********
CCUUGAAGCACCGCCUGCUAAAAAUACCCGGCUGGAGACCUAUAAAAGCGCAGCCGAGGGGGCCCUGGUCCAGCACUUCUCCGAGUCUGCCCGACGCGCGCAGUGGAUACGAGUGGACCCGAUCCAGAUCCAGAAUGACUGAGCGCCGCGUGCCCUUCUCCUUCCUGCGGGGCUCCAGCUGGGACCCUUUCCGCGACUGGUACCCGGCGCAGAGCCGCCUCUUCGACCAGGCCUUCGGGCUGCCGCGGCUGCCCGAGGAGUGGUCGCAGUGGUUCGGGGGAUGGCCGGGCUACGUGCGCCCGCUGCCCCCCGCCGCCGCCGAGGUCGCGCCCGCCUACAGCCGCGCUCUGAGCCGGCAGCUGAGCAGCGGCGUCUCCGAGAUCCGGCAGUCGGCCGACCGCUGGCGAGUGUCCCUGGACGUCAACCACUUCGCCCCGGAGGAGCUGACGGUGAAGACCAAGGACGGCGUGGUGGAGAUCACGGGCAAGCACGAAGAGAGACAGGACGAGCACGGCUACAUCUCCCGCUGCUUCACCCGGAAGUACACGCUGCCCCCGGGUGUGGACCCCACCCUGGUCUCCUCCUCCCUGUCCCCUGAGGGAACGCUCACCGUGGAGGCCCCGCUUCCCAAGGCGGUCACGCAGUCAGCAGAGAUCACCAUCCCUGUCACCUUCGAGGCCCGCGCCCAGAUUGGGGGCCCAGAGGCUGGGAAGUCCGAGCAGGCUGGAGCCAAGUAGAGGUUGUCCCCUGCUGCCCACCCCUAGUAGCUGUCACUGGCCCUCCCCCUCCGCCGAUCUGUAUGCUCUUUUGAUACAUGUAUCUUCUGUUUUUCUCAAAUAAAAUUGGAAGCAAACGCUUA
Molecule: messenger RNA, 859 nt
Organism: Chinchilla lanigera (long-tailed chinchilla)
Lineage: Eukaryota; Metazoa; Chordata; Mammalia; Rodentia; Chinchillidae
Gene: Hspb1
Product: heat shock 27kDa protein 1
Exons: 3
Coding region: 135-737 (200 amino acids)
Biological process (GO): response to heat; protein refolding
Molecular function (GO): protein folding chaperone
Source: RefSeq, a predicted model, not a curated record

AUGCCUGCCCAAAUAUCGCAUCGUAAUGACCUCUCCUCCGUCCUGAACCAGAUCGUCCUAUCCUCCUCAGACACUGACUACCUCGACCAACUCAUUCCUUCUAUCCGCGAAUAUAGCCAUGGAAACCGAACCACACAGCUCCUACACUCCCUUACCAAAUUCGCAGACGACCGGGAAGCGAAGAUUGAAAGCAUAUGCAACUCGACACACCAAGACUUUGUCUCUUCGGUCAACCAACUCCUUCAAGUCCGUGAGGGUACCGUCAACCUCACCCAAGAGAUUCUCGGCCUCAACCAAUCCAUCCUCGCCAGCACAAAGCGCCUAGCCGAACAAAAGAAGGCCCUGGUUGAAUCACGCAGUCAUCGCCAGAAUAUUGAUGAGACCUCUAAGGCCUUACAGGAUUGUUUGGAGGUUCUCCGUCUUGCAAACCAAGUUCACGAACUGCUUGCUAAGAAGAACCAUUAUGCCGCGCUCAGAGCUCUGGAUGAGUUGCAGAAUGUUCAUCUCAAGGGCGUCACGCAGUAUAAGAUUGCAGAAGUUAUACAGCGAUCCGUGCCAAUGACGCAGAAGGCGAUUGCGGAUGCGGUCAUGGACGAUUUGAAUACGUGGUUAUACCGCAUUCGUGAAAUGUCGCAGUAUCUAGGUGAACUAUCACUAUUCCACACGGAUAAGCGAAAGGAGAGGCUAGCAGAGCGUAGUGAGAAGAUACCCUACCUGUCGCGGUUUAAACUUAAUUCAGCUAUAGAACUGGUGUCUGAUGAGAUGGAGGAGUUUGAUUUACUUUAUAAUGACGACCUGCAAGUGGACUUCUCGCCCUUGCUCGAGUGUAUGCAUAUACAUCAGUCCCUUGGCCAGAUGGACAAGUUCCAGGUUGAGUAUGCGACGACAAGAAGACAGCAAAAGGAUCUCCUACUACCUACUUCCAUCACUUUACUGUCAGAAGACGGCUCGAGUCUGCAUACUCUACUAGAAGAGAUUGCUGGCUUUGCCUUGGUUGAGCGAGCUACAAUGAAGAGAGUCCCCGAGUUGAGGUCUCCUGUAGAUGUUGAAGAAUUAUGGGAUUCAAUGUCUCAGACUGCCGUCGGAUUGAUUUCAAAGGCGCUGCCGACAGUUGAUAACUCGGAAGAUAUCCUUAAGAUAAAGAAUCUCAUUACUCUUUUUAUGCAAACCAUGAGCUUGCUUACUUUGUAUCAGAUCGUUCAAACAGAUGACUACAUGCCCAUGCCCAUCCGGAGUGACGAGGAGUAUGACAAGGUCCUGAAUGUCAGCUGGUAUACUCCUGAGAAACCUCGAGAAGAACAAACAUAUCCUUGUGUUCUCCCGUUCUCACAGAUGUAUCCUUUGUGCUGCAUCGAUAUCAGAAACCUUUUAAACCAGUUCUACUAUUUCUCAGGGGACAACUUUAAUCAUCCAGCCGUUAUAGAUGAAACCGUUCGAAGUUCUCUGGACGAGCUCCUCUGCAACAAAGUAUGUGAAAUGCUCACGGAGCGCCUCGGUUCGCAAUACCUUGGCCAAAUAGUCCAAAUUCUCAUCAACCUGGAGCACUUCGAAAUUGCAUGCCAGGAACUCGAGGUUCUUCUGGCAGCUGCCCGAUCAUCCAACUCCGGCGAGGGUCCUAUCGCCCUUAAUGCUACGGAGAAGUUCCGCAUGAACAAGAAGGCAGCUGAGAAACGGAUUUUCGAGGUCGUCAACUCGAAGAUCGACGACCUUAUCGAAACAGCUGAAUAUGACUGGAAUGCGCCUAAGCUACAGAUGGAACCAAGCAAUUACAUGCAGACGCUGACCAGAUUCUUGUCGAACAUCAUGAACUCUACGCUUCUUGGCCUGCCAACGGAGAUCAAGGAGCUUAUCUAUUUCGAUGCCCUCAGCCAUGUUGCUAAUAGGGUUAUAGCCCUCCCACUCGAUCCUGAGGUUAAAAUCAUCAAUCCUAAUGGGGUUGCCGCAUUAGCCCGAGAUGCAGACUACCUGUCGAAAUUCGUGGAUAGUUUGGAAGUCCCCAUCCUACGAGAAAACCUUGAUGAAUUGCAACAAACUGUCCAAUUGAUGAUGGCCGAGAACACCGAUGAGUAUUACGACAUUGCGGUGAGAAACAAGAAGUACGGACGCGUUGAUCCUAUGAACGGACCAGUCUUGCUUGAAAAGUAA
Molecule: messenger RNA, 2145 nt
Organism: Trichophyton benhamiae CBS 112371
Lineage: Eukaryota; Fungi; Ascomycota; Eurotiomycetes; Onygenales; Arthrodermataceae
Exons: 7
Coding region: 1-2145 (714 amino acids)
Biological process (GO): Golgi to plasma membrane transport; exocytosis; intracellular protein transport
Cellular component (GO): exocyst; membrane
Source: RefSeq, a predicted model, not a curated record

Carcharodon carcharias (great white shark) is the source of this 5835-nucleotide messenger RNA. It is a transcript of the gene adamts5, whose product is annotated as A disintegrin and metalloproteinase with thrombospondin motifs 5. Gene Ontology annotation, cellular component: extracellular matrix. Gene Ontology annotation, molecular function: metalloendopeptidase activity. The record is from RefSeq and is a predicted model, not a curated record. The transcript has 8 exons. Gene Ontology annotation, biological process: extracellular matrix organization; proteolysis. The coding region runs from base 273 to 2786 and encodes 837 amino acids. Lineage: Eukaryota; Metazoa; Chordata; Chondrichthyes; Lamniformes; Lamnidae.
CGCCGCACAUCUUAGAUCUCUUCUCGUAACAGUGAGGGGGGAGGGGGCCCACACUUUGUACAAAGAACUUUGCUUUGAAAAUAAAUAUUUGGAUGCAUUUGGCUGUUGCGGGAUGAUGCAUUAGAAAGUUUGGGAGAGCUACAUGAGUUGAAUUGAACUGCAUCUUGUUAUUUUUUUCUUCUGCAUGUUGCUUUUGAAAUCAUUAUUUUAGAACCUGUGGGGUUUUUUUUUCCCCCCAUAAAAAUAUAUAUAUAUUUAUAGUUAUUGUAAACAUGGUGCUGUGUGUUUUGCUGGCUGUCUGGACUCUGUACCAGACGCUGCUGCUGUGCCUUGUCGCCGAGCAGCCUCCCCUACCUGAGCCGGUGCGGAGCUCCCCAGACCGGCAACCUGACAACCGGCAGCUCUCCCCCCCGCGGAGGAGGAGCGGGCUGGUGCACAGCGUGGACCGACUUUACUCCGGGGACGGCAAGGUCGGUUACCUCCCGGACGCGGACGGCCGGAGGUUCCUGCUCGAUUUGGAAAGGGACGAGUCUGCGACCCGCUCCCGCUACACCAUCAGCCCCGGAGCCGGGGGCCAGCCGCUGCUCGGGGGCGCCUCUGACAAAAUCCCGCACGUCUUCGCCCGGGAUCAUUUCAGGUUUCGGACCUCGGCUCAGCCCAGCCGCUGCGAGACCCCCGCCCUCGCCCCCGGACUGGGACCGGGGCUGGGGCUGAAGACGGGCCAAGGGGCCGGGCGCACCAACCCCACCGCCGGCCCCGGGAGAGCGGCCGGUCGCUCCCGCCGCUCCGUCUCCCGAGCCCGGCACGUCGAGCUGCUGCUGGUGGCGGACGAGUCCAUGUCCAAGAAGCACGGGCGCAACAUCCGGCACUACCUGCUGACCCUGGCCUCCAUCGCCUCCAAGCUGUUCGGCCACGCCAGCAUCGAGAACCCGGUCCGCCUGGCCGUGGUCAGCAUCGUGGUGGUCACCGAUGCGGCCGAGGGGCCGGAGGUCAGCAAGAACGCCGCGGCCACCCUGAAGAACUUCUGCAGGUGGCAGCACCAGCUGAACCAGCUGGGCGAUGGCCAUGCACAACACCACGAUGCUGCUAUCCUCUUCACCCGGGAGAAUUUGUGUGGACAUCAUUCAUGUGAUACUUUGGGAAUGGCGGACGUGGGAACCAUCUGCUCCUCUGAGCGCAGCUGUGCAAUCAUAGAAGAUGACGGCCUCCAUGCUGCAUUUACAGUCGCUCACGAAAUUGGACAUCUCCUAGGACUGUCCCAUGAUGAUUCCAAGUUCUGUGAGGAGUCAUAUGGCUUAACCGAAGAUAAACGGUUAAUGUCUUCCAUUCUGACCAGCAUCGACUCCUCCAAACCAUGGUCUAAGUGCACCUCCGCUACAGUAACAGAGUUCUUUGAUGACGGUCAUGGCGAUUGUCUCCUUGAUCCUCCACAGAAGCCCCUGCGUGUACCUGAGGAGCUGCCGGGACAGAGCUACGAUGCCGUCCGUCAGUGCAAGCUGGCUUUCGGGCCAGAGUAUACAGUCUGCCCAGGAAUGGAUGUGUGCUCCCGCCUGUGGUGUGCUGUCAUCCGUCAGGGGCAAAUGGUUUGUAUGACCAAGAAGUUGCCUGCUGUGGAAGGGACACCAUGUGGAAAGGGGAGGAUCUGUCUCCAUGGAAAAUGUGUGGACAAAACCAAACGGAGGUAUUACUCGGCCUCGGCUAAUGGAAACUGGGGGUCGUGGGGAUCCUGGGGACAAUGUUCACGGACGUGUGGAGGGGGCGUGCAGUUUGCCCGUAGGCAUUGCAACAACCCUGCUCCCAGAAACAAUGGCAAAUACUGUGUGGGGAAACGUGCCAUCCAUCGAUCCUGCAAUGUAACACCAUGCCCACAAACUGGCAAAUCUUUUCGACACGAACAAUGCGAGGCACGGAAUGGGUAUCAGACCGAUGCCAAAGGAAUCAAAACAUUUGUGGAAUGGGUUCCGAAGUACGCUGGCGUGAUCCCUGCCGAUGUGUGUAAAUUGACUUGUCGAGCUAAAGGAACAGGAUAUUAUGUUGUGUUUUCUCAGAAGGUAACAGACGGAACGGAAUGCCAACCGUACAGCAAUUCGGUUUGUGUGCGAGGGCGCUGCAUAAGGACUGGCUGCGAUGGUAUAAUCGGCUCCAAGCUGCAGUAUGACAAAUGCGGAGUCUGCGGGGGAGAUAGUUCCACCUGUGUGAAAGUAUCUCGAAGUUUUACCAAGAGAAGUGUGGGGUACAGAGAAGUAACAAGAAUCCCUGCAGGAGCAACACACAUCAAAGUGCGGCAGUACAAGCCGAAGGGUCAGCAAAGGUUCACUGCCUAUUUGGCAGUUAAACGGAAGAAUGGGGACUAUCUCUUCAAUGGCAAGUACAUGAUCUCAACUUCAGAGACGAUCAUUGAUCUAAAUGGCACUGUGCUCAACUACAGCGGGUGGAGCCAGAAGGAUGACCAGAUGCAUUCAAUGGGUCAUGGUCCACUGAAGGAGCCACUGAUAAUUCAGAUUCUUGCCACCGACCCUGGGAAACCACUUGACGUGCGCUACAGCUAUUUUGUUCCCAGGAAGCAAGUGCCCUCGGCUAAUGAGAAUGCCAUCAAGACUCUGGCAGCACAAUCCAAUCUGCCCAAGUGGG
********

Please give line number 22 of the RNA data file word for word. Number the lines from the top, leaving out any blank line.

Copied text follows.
CGCCGCACAUCUUAGAUCUCUUCUCGUAACAGUGAGGGGGGAGGGGGCCCACACUUUGUACAAAGAACUUUGCUUUGAAAAUAAAUAUUUGGAUGCAUUUGGCUGUUGCGGGAUGAUGCAUUAGAAAGUUUGGGAGAGCUACAUGAGUUGAAUUGAACUGCAUCUUGUUAUUUUUUUCUUCUGCAUGUUGCUUUUGAAAUCAUUAUUUUAGAACCUGUGGGGUUUUUUUUUCCCCCCAUAAAAAUAUAUAUAUAUUUAUAGUUAUUGUAAACAUGGUGCUGUGUGUUUUGCUGGCUGUCUGGACUCUGUACCAGACGCUGCUGCUGUGCCUUGUCGCCGAGCAGCCUCCCCUACCUGAGCCGGUGCGGAGCUCCCCAGACCGGCAACCUGACAACCGGCAGCUCUCCCCCCCGCGGAGGAGGAGCGGGCUGGUGCACAGCGUGGACCGACUUUACUCCGGGGACGGCAAGGUCGGUUACCUCCCGGACGCGGACGGCCGGAGGUUCCUGCUCGAUUUGGAAAGGGACGAGUCUGCGACCCGCUCCCGCUACACCAUCAGCCCCGGAGCCGGGGGCCAGCCGCUGCUCGGGGGCGCCUCUGACAAAAUCCCGCACGUCUUCGCCCGGGAUCAUUUCAGGUUUCGGACCUCGGCUCAGCCCAGCCGCUGCGAGACCCCCGCCCUCGCCCCCGGACUGGGACCGGGGCUGGGGCUGAAGACGGGCCAAGGGGCCGGGCGCACCAACCCCACCGCCGGCCCCGGGAGAGCGGCCGGUCGCUCCCGCCGCUCCGUCUCCCGAGCCCGGCACGUCGAGCUGCUGCUGGUGGCGGACGAGUCCAUGUCCAAGAAGCACGGGCGCAACAUCCGGCACUACCUGCUGACCCUGGCCUCCAUCGCCUCCAAGCUGUUCGGCCACGCCAGCAUCGAGAACCCGGUCCGCCUGGCCGUGGUCAGCAUCGUGGUGGUCACCGAUGCGGCCGAGGGGCCGGAGGUCAGCAAGAACGCCGCGGCCACCCUGAAGAACUUCUGCAGGUGGCAGCACCAGCUGAACCAGCUGGGCGAUGGCCAUGCACAACACCACGAUGCUGCUAUCCUCUUCACCCGGGAGAAUUUGUGUGGACAUCAUUCAUGUGAUACUUUGGGAAUGGCGGACGUGGGAACCAUCUGCUCCUCUGAGCGCAGCUGUGCAAUCAUAGAAGAUGACGGCCUCCAUGCUGCAUUUACAGUCGCUCACGAAAUUGGACAUCUCCUAGGACUGUCCCAUGAUGAUUCCAAGUUCUGUGAGGAGUCAUAUGGCUUAACCGAAGAUAAACGGUUAAUGUCUUCCAUUCUGACCAGCAUCGACUCCUCCAAACCAUGGUCUAAGUGCACCUCCGCUACAGUAACAGAGUUCUUUGAUGACGGUCAUGGCGAUUGUCUCCUUGAUCCUCCACAGAAGCCCCUGCGUGUACCUGAGGAGCUGCCGGGACAGAGCUACGAUGCCGUCCGUCAGUGCAAGCUGGCUUUCGGGCCAGAGUAUACAGUCUGCCCAGGAAUGGAUGUGUGCUCCCGCCUGUGGUGUGCUGUCAUCCGUCAGGGGCAAAUGGUUUGUAUGACCAAGAAGUUGCCUGCUGUGGAAGGGACACCAUGUGGAAAGGGGAGGAUCUGUCUCCAUGGAAAAUGUGUGGACAAAACCAAACGGAGGUAUUACUCGGCCUCGGCUAAUGGAAACUGGGGGUCGUGGGGAUCCUGGGGACAAUGUUCACGGACGUGUGGAGGGGGCGUGCAGUUUGCCCGUAGGCAUUGCAACAACCCUGCUCCCAGAAACAAUGGCAAAUACUGUGUGGGGAAACGUGCCAUCCAUCGAUCCUGCAAUGUAACACCAUGCCCACAAACUGGCAAAUCUUUUCGACACGAACAAUGCGAGGCACGGAAUGGGUAUCAGACCGAUGCCAAAGGAAUCAAAACAUUUGUGGAAUGGGUUCCGAAGUACGCUGGCGUGAUCCCUGCCGAUGUGUGUAAAUUGACUUGUCGAGCUAAAGGAACAGGAUAUUAUGUUGUGUUUUCUCAGAAGGUAACAGACGGAACGGAAUGCCAACCGUACAGCAAUUCGGUUUGUGUGCGAGGGCGCUGCAUAAGGACUGGCUGCGAUGGUAUAAUCGGCUCCAAGCUGCAGUAUGACAAAUGCGGAGUCUGCGGGGGAGAUAGUUCCACCUGUGUGAAAGUAUCUCGAAGUUUUACCAAGAGAAGUGUGGGGUACAGAGAAGUAACAAGAAUCCCUGCAGGAGCAACACACAUCAAAGUGCGGCAGUACAAGCCGAAGGGUCAGCAAAGGUUCACUGCCUAUUUGGCAGUUAAACGGAAGAAUGGGGACUAUCUCUUCAAUGGCAAGUACAUGAUCUCAACUUCAGAGACGAUCAUUGAUCUAAAUGGCACUGUGCUCAACUACAGCGGGUGGAGCCAGAAGGAUGACCAGAUGCAUUCAAUGGGUCAUGGUCCACUGAAGGAGCCACUGAUAAUUCAGAUUCUUGCCACCGACCCUGGGAAACCACUUGACGUGCGCUACAGCUAUUUUGUUCCCAGGAAGCAAGUGCCCUCGGCUAAUGAGAAUGCCAUCAAGACUCUGGCAGCACAAUCCAAUCUGCCCAAGUGGG